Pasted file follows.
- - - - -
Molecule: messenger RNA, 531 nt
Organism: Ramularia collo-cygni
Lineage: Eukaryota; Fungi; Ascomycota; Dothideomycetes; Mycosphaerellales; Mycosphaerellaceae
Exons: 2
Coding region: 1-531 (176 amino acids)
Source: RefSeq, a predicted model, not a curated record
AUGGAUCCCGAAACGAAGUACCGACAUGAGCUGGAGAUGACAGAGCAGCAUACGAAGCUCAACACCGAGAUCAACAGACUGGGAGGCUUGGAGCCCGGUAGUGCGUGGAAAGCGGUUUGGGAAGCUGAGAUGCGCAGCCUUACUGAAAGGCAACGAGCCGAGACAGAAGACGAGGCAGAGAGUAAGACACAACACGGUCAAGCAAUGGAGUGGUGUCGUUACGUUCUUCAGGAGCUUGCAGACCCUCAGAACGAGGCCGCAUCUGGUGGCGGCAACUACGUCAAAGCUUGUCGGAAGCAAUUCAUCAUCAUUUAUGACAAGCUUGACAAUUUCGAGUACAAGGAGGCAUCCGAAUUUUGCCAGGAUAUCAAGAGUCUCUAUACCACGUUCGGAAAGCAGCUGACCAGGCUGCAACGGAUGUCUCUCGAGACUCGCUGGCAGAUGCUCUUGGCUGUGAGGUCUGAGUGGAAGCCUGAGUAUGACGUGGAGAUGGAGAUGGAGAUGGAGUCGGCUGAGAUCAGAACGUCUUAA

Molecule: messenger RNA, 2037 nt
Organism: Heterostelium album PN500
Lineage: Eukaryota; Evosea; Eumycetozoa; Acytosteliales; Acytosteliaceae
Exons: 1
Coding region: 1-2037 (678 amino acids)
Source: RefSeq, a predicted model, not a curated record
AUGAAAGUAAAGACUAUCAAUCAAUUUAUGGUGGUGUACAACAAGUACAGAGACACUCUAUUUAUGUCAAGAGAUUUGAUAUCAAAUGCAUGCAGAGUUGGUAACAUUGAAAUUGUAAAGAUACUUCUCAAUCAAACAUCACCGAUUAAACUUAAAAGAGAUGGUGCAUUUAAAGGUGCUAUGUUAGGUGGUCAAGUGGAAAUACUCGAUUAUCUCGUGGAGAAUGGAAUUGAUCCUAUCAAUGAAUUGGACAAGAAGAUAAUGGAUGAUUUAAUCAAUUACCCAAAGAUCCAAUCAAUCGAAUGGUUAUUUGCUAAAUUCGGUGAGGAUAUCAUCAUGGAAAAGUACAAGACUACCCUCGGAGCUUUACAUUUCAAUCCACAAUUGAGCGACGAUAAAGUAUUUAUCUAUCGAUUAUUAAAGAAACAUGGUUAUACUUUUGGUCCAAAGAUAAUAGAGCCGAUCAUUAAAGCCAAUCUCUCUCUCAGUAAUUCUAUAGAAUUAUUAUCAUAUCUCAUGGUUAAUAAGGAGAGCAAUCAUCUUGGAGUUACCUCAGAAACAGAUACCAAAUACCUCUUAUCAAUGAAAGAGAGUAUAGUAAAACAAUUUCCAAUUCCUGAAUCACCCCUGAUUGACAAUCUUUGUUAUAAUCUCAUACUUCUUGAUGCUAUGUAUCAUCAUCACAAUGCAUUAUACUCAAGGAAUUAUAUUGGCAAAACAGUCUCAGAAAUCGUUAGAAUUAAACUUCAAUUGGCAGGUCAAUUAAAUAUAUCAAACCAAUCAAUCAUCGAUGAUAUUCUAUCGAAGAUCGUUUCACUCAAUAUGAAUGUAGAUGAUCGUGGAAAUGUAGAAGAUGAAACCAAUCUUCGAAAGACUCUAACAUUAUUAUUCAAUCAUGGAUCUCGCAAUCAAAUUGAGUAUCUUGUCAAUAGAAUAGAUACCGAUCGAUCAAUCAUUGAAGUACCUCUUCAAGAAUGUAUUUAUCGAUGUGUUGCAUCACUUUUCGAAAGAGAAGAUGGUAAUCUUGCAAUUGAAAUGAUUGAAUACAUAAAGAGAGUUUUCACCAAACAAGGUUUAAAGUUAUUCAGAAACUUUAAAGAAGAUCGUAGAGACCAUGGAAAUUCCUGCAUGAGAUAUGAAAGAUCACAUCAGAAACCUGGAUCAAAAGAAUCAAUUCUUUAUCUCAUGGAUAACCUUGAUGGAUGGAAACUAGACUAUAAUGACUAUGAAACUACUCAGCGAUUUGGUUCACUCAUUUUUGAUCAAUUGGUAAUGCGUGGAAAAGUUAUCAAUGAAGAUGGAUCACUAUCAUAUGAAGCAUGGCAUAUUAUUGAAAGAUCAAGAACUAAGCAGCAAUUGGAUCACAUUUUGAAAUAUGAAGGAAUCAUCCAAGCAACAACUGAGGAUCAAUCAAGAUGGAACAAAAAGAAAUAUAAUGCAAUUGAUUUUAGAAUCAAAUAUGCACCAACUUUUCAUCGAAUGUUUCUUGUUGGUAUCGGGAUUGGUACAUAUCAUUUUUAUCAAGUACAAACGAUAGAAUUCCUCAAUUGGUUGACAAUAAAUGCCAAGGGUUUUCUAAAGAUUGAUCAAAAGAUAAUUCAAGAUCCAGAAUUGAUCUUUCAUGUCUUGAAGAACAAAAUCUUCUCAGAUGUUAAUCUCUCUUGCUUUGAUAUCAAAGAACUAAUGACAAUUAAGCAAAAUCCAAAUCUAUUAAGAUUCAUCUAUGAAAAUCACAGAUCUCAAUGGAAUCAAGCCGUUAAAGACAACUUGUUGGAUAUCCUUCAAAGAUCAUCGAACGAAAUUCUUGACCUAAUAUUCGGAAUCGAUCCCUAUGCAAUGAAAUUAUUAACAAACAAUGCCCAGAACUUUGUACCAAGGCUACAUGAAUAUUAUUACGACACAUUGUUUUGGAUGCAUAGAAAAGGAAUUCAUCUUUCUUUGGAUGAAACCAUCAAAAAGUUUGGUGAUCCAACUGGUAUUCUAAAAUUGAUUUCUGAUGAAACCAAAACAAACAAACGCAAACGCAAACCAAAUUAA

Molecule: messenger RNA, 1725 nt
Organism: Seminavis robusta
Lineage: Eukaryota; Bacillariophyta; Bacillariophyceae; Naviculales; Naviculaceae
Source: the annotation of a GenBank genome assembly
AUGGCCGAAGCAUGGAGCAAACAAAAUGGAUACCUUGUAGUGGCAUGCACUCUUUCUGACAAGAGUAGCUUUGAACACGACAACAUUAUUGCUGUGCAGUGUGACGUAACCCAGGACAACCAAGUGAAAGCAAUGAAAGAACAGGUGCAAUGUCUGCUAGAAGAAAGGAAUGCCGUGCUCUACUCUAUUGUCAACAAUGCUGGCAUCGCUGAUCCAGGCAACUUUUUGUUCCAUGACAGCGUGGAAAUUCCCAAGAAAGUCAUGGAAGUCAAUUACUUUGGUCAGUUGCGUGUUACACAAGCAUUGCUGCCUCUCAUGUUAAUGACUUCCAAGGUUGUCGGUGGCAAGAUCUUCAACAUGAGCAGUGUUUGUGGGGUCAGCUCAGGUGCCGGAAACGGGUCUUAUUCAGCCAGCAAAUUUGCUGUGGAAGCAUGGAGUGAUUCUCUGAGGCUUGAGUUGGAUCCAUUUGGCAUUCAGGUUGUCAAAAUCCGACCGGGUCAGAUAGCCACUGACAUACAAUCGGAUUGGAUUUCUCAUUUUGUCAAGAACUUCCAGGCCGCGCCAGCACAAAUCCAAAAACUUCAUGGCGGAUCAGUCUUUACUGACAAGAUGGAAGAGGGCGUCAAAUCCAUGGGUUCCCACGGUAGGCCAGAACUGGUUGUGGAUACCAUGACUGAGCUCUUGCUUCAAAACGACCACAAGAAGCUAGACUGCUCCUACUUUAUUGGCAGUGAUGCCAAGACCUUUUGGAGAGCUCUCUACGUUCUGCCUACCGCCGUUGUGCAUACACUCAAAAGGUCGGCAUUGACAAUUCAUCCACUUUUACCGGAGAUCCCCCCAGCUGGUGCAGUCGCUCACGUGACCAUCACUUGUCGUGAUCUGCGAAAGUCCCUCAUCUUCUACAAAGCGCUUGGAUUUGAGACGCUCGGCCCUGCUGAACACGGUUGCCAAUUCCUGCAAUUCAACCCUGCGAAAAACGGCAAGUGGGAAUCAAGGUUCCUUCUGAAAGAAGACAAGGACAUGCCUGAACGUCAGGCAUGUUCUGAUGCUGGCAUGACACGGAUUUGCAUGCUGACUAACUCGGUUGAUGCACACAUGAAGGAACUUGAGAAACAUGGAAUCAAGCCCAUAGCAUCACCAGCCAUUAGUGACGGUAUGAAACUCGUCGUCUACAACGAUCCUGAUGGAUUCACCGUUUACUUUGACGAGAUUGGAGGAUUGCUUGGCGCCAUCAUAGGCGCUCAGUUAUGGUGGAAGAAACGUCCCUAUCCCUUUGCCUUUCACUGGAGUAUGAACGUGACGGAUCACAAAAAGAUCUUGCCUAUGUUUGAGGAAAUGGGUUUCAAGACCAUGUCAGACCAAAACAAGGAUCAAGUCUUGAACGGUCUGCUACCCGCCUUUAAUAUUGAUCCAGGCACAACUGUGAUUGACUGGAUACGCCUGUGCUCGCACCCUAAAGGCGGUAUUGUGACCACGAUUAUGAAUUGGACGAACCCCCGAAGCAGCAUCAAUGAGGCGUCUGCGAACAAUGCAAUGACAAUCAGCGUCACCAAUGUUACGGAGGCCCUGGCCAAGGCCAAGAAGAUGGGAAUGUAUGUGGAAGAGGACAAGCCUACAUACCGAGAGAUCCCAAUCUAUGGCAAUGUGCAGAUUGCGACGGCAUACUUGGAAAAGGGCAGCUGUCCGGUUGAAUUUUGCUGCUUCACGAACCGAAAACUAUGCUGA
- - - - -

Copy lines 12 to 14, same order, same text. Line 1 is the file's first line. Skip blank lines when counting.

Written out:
Coding region: 1-2037 (678 amino acids)
Source: RefSeq, a predicted model, not a curated record
AUGAAAGUAAAGACUAUCAAUCAAUUUAUGGUGGUGUACAACAAGUACAGAGACACUCUAUUUAUGUCAAGAGAUUUGAUAUCAAAUGCAUGCAGAGUUGGUAACAUUGAAAUUGUAAAGAUACUUCUCAAUCAAACAUCACCGAUUAAACUUAAAAGAGAUGGUGCAUUUAAAGGUGCUAUGUUAGGUGGUCAAGUGGAAAUACUCGAUUAUCUCGUGGAGAAUGGAAUUGAUCCUAUCAAUGAAUUGGACAAGAAGAUAAUGGAUGAUUUAAUCAAUUACCCAAAGAUCCAAUCAAUCGAAUGGUUAUUUGCUAAAUUCGGUGAGGAUAUCAUCAUGGAAAAGUACAAGACUACCCUCGGAGCUUUACAUUUCAAUCCACAAUUGAGCGACGAUAAAGUAUUUAUCUAUCGAUUAUUAAAGAAACAUGGUUAUACUUUUGGUCCAAAGAUAAUAGAGCCGAUCAUUAAAGCCAAUCUCUCUCUCAGUAAUUCUAUAGAAUUAUUAUCAUAUCUCAUGGUUAAUAAGGAGAGCAAUCAUCUUGGAGUUACCUCAGAAACAGAUACCAAAUACCUCUUAUCAAUGAAAGAGAGUAUAGUAAAACAAUUUCCAAUUCCUGAAUCACCCCUGAUUGACAAUCUUUGUUAUAAUCUCAUACUUCUUGAUGCUAUGUAUCAUCAUCACAAUGCAUUAUACUCAAGGAAUUAUAUUGGCAAAACAGUCUCAGAAAUCGUUAGAAUUAAACUUCAAUUGGCAGGUCAAUUAAAUAUAUCAAACCAAUCAAUCAUCGAUGAUAUUCUAUCGAAGAUCGUUUCACUCAAUAUGAAUGUAGAUGAUCGUGGAAAUGUAGAAGAUGAAACCAAUCUUCGAAAGACUCUAACAUUAUUAUUCAAUCAUGGAUCUCGCAAUCAAAUUGAGUAUCUUGUCAAUAGAAUAGAUACCGAUCGAUCAAUCAUUGAAGUACCUCUUCAAGAAUGUAUUUAUCGAUGUGUUGCAUCACUUUUCGAAAGAGAAGAUGGUAAUCUUGCAAUUGAAAUGAUUGAAUACAUAAAGAGAGUUUUCACCAAACAAGGUUUAAAGUUAUUCAGAAACUUUAAAGAAGAUCGUAGAGACCAUGGAAAUUCCUGCAUGAGAUAUGAAAGAUCACAUCAGAAACCUGGAUCAAAAGAAUCAAUUCUUUAUCUCAUGGAUAACCUUGAUGGAUGGAAACUAGACUAUAAUGACUAUGAAACUACUCAGCGAUUUGGUUCACUCAUUUUUGAUCAAUUGGUAAUGCGUGGAAAAGUUAUCAAUGAAGAUGGAUCACUAUCAUAUGAAGCAUGGCAUAUUAUUGAAAGAUCAAGAACUAAGCAGCAAUUGGAUCACAUUUUGAAAUAUGAAGGAAUCAUCCAAGCAACAACUGAGGAUCAAUCAAGAUGGAACAAAAAGAAAUAUAAUGCAAUUGAUUUUAGAAUCAAAUAUGCACCAACUUUUCAUCGAAUGUUUCUUGUUGGUAUCGGGAUUGGUACAUAUCAUUUUUAUCAAGUACAAACGAUAGAAUUCCUCAAUUGGUUGACAAUAAAUGCCAAGGGUUUUCUAAAGAUUGAUCAAAAGAUAAUUCAAGAUCCAGAAUUGAUCUUUCAUGUCUUGAAGAACAAAAUCUUCUCAGAUGUUAAUCUCUCUUGCUUUGAUAUCAAAGAACUAAUGACAAUUAAGCAAAAUCCAAAUCUAUUAAGAUUCAUCUAUGAAAAUCACAGAUCUCAAUGGAAUCAAGCCGUUAAAGACAACUUGUUGGAUAUCCUUCAAAGAUCAUCGAACGAAAUUCUUGACCUAAUAUUCGGAAUCGAUCCCUAUGCAAUGAAAUUAUUAACAAACAAUGCCCAGAACUUUGUACCAAGGCUACAUGAAUAUUAUUACGACACAUUGUUUUGGAUGCAUAGAAAAGGAAUUCAUCUUUCUUUGGAUGAAACCAUCAAAAAGUUUGGUGAUCCAACUGGUAUUCUAAAAUUGAUUUCUGAUGAAACCAAAACAAACAAACGCAAACGCAAACCAAAUUAA